In Medellín, the Software Valley’s strategy also reaches the youngest parts of society. Nearly 370 children at the Lusitania Buen Comienzo kindergarten, located in the San Cristóbal district of the city’s rural zone, children receive education with high standards of innovation that facilitates their learning.
“This kindergarten is just as good, if not better than any other kindergarten,” says Susana Zapata, mother of María José Yepes, a child who benefits from this modality, achieved thanks to international cooperation with the affiliate of the U.S. foundation United Way in Colombia.
Susana Zapata, mother of María José Yepes, one of the 370 children served by the Buen Comienzo Lusitania Kindergarten.
This educational scenario, which is part of the comprehensive offer for early childhood of the Mayor’s Office of Medellin through the Special Administrative Unit Buen Comienzo, not only has an infrastructure that is physically and aesthetically created to promote learning environments for children, but also contemplates pedagogy and the use of technology as stimulants for the development of 21st century skills, such as critical thinking, problem solving and collaborative work.
The kindergarten, which began operating in 2018 under the operation of Comfama, began a process in 2019 to implement innovative techniques and become a benchmark for good practices in early childhood. Thus, United Way Colombia, a foundation recognized for its work in education in the country, decided to support the kindergarten to turn it into a demonstration center.
What is a demonstration center?
It’s not a made-up concept, it’s an experience that has been worked on in other contexts around the world. Medellin referred to the United Way Center of Excellence in Early Education in Miami, which has already come a long way and adapted these methodologies to the needs of the children benefiting from the kindergarten, as well as those of the educational agents interested in innovating their early childhood care practices with technology.
“We’ve been fortunate enough to be accompanied by this wonderful team that has nurtured me a lot in 21st century competencies, in pedagogical experiences and the STEAM Squad. Thankfully, they’ve innovated a lot, they’ve brought a lot of technology, and materials to introduce innovative and quality educational experiences,” says María Janet Arango, an educational agent at the kindergarten.
Maki Making experience, in which children interact with software and circuits connected to fruits and objects.
Facial recognition equipment, electronic circuits, 3D pencils and printers, cameras, voice recorders, among others, are some of the technological elements and pedagogical materials used by the children in the company of the educational agents. “We are equipped with very good material, technological material that the children did not have access to. Other kindergartens don’t have access to these materials. The children analyze and present their ideas, they answer more complex questions, and we can see that their early childhood is being strengthened, they take this knowledge to their homes so the families can also contribute from their points of view.”, said María Janet.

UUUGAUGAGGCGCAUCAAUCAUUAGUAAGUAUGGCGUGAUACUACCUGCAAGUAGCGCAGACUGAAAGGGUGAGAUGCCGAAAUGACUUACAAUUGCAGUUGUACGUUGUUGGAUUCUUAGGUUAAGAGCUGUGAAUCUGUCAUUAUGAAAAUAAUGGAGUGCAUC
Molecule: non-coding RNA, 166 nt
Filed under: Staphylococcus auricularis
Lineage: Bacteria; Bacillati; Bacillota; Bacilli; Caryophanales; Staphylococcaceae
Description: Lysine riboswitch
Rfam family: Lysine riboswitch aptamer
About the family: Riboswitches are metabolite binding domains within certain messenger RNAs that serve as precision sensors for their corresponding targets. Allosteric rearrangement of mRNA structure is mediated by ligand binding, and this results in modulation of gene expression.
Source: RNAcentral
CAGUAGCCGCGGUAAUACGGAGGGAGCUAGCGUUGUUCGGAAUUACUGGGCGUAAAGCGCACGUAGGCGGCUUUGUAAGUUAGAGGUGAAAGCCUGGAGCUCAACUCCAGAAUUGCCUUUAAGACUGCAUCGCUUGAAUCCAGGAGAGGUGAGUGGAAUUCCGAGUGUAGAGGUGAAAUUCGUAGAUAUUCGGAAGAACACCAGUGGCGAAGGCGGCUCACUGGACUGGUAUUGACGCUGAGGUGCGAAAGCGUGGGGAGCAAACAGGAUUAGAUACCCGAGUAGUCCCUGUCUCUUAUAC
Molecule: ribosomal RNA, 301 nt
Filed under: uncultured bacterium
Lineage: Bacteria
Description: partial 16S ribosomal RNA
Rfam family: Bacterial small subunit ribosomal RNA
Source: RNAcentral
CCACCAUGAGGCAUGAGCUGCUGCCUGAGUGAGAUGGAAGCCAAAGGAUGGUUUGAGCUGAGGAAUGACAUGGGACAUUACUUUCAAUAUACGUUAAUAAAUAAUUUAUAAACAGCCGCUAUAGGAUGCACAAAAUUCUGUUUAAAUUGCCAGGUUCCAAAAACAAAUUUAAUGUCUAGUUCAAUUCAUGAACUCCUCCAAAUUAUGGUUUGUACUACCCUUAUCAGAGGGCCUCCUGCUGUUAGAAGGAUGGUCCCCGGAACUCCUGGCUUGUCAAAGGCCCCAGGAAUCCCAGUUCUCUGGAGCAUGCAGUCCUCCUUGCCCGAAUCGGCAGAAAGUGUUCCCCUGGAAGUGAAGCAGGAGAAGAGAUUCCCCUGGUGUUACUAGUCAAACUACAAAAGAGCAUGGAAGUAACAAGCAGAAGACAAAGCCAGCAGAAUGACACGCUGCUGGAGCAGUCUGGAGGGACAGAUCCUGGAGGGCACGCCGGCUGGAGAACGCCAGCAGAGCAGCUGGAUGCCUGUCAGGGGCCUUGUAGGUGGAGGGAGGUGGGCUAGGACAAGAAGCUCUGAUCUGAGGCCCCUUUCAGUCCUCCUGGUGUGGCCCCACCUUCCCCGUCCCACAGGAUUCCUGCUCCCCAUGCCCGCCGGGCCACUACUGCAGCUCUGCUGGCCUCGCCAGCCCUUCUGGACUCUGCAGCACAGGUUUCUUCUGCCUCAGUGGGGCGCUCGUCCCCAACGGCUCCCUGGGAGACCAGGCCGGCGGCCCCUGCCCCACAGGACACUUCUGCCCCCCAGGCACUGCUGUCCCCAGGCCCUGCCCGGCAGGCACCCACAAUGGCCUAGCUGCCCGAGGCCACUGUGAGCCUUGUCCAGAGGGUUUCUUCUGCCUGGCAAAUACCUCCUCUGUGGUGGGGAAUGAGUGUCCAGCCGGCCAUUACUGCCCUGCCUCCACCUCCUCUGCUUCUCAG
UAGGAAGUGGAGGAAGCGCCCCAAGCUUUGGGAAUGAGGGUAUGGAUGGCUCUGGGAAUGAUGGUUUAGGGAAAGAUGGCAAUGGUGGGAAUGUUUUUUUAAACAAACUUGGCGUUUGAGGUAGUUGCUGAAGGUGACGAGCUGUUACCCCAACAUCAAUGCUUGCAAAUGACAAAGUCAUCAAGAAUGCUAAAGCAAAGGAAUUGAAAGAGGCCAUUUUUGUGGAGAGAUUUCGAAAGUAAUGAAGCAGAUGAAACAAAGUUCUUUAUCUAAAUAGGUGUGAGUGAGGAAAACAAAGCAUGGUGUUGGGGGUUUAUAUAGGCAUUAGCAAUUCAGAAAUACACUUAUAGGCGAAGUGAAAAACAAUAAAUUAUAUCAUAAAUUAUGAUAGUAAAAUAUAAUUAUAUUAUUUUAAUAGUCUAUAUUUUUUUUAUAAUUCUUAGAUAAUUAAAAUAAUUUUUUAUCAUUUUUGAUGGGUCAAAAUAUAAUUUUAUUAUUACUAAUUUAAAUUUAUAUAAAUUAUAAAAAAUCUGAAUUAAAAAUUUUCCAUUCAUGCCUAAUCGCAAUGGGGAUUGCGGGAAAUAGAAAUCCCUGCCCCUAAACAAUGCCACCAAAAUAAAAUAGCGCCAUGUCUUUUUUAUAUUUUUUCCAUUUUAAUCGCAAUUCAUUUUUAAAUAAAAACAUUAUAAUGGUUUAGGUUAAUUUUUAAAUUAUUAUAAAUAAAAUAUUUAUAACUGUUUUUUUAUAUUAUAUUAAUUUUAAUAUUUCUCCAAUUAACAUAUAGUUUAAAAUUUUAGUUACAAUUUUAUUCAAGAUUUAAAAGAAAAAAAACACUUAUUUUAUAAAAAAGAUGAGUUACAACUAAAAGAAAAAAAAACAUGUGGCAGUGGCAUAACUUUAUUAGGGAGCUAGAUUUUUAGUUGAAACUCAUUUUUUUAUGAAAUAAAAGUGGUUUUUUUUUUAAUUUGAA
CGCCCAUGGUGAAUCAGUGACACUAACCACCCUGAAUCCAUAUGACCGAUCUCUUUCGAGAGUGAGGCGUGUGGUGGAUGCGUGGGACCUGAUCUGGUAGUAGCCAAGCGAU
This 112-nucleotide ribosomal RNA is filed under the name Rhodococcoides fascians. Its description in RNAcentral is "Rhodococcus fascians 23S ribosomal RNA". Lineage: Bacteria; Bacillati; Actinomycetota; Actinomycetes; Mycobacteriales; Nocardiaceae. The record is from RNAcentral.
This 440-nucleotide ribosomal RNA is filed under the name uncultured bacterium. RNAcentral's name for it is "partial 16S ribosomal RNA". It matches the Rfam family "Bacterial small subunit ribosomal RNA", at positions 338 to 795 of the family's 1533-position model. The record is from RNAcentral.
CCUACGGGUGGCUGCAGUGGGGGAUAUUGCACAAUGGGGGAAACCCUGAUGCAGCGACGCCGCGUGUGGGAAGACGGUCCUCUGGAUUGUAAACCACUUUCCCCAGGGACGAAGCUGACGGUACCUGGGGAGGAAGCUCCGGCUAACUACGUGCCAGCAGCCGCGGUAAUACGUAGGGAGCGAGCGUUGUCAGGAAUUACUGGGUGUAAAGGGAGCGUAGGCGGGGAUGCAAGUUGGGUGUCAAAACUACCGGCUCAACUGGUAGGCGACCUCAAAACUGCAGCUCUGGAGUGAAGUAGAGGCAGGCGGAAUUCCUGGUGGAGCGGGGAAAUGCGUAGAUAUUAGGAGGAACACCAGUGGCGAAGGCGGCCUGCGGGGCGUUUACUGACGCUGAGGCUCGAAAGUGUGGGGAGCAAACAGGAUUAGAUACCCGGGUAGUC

The kindergarten has developed strategies to bring families closer, taking into account co-responsibility as the most important educational agent in the learning process. This is why the kindergarten includes families in different activities and talks, as Cindy Ramirez, educational agent, explains: “We’ve involved the parents so that they know about the work we’ve been doing with the children and that they are also part of this process. Some parents have asked us how we have ensured that the tools are used properly or to tell us that they are proud that the kindergarten includes the use of technological tools.
Susana Zapata, one of the parents, said “the relationship between families and the kindergarten is good thanks to the communication between them. I had the opportunity to really see what the children learn at school with the demonstration center, and it’s very nice because the children learn that technology is not only used for games but also as a means of learning, very responsibly. It’s inspiring to see how the children are learning here.”.
An expanding model for the city
On the road to becoming a Software Valley, Medellín has developed programs and projects to take advantage of the territory’s potential and diversify the city’s economy in areas associated with the digital economy and the Fourth Industrial Revolution. In this journey, the city has understood that to truly achieve a change in mentality, long-term actions are required that permeate the future of society, in this case early childhood.
In this regard, the director of the Special Administrative Unit Buen Comienzo, Hugo Diaz says: “this commitment in the kindergarten is directly linked and related to our purpose of city: Software Valley. This is one of the examples that technological transformation is fundamental in all city scenarios and, therefore, today our children enjoy this center, and we hope that this commitment can continue to be implemented in other kindergartens in the city because in Medellín Futuro children are also part of the transformation“.
After three years of learning at the Buen Comienzo Lusitania Kindergarten, the Mayor’s Office of Medellín, in partnership with United Way Colombia, plans to expand the model so that children in every district of the city have access to learning based on technology and innovation, thus creating a demonstrative network for early childhood in the city. Although it is an ambitious projection, the formative and inspiring practices that have been achieved in the education of children in Lusitania will serve as a pilot for this expansion to become a reality.